Page 3.15-21 Vegetation: In addition, reclamation is required for all oil and gas development once pumping stops, including on all federal lands, where most of the oil and gas development will likely occur. [Bold: Comment: Most of the oil and gas development will not necessarily occur on federal lands. Data from the Utah Division of Oil, Gas and Mining shows that, as of November 20, 2020, there are 4,314 producing crude oil wells in the state, of which 1,735 are on tribal leases, 1,358 on federal leases, 990 on private land leases, 222 on state leases and 9 on multiple lease types (see https://oilgas.ogm.utah.gov/oilgasweb/statistics/well­ counts.xhtml). In Duchesne County, crude oil production has historically been split roughly 1/3 from federal, tribal and private lands. Regardless of the land status, reclamation will occur at all oil and gas sites.] 

Page 3.15-25-26 Other Projects and Actions: Both the removal of the Indian Canyon Guard Station and the Gateway South Transmission line would be constructed on geologic units subject to slope failure and on soils subject to soil erosion. [Bold: Comment: Removal of the Indian Canyon Guard Station is not a construction project (it is a small demolition project) and will have no impact on geology, soils, seismic hazards and hazardous waste sites.]  

Page 3.15-28 Wells and Infrastructure Emissions: OEA assumed that total the oil and gas development in the Basin would not increase above baseline levels by more than would be required to meet the high oil production scenario. [Bold: Comment: This sentence should be re­ worded for clarity.]

Page 3.15-31 Cumulative Air Quality Effects: The Monument Butte development would be located in the Basin in Duchesne County, [strike through: southeast of Duchesne County and] south of Myton, and would extend eastward about [strike through: 25] [bold and underline: 5] miles into Uintah County. [Bold: (See map of the proposal at: https://eplanning.blm.gov/public proiects/nepa/62904/75386/83254/Monument Butte Proposed Action Map.pdf).]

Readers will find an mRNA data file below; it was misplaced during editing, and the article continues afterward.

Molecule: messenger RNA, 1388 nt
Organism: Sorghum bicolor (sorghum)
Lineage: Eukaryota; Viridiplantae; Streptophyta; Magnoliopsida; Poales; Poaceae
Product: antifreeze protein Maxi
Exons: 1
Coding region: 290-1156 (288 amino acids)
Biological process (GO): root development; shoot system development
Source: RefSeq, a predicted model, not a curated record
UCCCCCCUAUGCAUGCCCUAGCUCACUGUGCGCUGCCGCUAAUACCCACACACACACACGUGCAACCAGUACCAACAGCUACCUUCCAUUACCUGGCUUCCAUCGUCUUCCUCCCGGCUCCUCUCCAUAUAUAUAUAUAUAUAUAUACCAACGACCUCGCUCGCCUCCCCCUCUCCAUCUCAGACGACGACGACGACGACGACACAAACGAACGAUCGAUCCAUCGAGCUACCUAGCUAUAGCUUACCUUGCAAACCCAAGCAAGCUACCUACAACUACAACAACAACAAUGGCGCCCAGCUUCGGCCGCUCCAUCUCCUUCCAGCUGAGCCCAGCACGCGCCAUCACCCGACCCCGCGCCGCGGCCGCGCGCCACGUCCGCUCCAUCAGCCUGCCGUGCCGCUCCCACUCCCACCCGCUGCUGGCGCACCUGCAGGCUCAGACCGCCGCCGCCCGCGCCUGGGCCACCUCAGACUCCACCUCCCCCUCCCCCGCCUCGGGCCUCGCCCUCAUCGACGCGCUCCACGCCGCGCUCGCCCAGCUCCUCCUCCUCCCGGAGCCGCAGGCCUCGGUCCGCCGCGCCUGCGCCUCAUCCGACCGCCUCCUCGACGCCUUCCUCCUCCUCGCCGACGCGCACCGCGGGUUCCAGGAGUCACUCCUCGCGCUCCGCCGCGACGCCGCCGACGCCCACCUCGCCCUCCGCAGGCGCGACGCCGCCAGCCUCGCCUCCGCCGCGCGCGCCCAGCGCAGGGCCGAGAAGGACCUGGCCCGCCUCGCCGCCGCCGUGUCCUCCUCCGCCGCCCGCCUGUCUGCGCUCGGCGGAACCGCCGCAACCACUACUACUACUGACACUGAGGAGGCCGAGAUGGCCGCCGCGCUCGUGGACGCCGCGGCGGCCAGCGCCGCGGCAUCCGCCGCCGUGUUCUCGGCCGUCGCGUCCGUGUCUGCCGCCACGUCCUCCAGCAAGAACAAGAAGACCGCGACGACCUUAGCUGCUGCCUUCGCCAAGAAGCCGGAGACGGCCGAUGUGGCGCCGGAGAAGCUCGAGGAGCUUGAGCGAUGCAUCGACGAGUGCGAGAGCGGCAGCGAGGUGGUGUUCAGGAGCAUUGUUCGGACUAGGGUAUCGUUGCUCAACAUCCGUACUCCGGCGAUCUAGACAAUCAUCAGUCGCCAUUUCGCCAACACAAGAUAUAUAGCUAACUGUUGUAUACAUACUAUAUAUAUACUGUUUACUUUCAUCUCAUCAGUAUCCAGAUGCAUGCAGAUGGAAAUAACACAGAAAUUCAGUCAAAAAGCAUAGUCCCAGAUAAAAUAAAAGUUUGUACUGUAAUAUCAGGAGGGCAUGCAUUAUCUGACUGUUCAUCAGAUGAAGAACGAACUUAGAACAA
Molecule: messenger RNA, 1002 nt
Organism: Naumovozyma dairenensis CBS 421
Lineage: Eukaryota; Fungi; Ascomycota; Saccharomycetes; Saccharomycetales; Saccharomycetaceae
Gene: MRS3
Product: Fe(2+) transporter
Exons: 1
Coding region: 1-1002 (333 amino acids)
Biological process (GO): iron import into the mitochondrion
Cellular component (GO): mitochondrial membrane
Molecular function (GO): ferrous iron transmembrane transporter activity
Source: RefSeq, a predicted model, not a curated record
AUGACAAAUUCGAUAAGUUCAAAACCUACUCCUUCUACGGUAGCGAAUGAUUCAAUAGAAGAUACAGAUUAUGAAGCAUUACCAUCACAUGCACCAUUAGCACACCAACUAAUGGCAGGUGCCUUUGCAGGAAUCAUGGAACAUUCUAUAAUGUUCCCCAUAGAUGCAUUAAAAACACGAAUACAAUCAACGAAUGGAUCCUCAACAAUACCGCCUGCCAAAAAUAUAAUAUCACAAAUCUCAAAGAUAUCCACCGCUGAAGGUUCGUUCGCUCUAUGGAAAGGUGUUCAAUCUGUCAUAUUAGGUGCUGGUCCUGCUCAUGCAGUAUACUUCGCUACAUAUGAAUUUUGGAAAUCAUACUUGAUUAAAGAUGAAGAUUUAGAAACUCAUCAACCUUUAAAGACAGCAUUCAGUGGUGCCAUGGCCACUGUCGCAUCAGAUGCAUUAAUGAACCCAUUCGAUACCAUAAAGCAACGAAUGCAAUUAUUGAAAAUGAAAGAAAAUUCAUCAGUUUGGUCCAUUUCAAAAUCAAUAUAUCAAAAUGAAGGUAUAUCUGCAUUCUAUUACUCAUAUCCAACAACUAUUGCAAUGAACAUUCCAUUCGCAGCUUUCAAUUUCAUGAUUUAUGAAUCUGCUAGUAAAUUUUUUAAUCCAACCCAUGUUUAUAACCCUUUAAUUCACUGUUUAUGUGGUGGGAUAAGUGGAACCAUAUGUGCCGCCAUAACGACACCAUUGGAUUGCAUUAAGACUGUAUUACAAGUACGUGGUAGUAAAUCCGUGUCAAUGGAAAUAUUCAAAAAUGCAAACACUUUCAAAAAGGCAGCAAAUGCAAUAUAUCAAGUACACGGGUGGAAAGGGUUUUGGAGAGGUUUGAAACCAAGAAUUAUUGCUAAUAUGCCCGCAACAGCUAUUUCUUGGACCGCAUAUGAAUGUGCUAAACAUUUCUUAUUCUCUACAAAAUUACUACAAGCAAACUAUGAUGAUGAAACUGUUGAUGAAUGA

Page 3.15-38 Oil and Gas Development: To the extent that tribal resources, above-ground archaeological resources (e.g., rock imagery), and/or built environment resources are present within the footprint of the new infrastructure, these resources would also be damaged or destroyed by construction. [Bold: Comment: Such above-ground resources should be easy to avoid as the final route is engineered.]

Page 3.15-49 Vehicle Safety and Delay: Local roads near the rail terminals include Leland Bench Road, 7500 E, AR88, and Sandwash Road /6000 W/[strike through: 5888W]. [Bold: Comment: There is no road designated 5888 West in Duchesne County. Also, AR-88 is not familiar to us (perhaps it should be SR-88 (the state highway connecting US 40 and Ouray)?]

Page 4-3 Grade Crossing Safety: [Bold: Comment: Should it be stated here where grade­ separated crossings will be required to be constructed (i.e. Highway 191, Pariette Road, Wells Draw Road, etc... )?]